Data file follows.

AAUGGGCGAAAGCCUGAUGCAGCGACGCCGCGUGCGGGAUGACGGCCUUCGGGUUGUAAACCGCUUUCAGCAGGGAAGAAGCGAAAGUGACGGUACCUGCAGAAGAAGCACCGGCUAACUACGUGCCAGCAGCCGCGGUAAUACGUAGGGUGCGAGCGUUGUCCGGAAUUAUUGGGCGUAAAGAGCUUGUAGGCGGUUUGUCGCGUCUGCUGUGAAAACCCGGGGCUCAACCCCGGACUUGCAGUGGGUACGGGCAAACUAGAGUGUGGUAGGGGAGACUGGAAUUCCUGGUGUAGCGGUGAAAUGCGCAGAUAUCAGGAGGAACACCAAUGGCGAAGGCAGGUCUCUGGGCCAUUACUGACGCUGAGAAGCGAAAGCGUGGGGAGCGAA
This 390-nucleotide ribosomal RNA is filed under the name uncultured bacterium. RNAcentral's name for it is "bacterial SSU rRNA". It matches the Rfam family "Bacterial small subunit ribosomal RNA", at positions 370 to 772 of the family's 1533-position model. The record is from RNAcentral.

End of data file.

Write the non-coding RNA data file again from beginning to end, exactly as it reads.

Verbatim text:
AAUGGGCGAAAGCCUGAUGCAGCGACGCCGCGUGCGGGAUGACGGCCUUCGGGUUGUAAACCGCUUUCAGCAGGGAAGAAGCGAAAGUGACGGUACCUGCAGAAGAAGCACCGGCUAACUACGUGCCAGCAGCCGCGGUAAUACGUAGGGUGCGAGCGUUGUCCGGAAUUAUUGGGCGUAAAGAGCUUGUAGGCGGUUUGUCGCGUCUGCUGUGAAAACCCGGGGCUCAACCCCGGACUUGCAGUGGGUACGGGCAAACUAGAGUGUGGUAGGGGAGACUGGAAUUCCUGGUGUAGCGGUGAAAUGCGCAGAUAUCAGGAGGAACACCAAUGGCGAAGGCAGGUCUCUGGGCCAUUACUGACGCUGAGAAGCGAAAGCGUGGGGAGCGAA
This 390-nucleotide ribosomal RNA is filed under the name uncultured bacterium. RNAcentral's name for it is "bacterial SSU rRNA". It matches the Rfam family "Bacterial small subunit ribosomal RNA", at positions 370 to 772 of the family's 1533-position model. The record is from RNAcentral.